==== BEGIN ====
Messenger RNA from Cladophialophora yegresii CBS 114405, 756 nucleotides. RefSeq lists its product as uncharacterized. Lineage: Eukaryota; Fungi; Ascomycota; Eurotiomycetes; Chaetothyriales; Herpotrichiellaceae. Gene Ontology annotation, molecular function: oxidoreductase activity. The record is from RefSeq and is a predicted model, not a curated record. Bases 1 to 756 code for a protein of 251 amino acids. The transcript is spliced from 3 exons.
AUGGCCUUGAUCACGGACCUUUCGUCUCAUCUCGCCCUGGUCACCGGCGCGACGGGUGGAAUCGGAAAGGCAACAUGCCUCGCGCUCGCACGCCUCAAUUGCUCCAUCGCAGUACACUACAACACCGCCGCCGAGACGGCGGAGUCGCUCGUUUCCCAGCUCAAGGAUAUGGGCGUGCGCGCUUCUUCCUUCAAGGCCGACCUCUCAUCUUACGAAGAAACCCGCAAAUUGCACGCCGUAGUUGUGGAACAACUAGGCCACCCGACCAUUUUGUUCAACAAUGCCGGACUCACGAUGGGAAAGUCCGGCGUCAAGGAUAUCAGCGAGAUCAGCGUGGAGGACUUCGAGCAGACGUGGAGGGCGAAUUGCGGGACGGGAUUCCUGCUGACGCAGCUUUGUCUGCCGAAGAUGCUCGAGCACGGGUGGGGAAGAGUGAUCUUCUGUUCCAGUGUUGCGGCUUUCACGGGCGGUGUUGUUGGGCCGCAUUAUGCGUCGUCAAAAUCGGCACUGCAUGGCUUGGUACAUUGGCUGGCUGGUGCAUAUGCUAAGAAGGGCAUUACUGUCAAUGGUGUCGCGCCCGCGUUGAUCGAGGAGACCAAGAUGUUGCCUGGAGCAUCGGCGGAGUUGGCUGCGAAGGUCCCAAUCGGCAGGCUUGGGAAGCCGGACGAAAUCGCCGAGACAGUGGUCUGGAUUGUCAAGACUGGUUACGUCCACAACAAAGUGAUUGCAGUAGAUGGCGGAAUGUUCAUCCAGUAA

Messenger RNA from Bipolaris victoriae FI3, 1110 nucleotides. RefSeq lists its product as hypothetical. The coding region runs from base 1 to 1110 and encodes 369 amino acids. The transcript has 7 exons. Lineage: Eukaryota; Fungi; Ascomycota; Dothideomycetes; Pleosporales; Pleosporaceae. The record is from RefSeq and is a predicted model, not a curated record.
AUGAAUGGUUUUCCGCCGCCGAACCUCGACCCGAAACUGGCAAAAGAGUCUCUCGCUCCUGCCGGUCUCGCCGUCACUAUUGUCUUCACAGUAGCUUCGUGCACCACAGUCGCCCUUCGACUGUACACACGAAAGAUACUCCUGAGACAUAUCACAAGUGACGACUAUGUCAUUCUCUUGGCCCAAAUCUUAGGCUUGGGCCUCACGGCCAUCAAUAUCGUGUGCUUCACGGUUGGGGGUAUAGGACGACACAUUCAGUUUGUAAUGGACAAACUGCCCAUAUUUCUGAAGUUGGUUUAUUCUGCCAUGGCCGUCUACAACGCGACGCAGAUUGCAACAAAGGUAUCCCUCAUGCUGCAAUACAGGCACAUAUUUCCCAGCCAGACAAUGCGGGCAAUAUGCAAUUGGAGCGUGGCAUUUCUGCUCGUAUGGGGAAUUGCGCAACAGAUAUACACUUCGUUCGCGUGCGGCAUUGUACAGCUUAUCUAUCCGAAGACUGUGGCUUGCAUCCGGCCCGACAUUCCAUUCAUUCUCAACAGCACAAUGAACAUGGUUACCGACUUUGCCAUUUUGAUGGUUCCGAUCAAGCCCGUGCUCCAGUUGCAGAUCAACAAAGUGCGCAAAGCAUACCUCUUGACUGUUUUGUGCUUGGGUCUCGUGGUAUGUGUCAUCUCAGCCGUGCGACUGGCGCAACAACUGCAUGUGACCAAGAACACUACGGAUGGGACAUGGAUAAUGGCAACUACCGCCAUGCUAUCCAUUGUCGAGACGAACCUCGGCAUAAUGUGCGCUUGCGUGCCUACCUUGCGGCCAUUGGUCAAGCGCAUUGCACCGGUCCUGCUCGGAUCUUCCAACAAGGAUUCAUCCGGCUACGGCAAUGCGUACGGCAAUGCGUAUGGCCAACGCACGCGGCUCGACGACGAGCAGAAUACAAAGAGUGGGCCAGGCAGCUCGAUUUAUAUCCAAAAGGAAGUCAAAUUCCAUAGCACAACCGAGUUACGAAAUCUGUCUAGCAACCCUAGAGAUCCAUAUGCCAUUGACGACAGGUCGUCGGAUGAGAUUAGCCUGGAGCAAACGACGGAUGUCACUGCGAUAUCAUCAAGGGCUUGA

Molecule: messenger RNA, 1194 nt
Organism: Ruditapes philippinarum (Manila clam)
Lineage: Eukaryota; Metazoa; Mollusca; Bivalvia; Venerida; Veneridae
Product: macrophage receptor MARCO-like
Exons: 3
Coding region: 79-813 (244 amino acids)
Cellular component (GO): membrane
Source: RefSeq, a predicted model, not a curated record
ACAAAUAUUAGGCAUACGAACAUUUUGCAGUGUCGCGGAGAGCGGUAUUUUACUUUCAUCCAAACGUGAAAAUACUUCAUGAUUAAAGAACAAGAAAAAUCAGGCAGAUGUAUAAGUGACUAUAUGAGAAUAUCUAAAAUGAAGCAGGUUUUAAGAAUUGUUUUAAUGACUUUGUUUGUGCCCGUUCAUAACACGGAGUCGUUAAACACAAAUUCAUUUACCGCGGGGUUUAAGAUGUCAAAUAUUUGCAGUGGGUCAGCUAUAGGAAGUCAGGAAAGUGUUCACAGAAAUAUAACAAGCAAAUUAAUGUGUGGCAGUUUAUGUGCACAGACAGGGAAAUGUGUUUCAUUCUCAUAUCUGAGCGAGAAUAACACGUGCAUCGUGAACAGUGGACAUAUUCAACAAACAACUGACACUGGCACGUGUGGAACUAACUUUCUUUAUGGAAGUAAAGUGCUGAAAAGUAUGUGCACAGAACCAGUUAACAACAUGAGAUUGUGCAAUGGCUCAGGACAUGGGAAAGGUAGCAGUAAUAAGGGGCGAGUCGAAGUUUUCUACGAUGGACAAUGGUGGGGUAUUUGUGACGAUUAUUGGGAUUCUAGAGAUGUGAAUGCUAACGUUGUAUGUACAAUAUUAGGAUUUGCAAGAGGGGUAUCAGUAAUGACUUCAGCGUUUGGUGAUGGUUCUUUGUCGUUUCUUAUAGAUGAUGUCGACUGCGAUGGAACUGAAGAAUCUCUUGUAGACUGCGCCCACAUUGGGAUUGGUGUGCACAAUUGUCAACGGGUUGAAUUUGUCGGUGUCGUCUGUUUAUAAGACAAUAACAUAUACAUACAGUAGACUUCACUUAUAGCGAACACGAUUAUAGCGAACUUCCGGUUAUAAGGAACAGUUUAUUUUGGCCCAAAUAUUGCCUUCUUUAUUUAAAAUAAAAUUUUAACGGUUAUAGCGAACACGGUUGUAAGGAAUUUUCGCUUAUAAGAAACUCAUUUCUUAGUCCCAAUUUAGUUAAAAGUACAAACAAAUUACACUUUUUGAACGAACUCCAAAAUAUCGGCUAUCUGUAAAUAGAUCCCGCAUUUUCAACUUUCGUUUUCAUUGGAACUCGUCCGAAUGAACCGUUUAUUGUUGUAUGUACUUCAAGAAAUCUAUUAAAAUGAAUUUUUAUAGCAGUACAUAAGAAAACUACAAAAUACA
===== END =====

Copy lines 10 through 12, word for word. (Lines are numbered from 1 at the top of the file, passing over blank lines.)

Coding region: 79-813 (244 amino acids)
Cellular component (GO): membrane
Source: RefSeq, a predicted model, not a curated record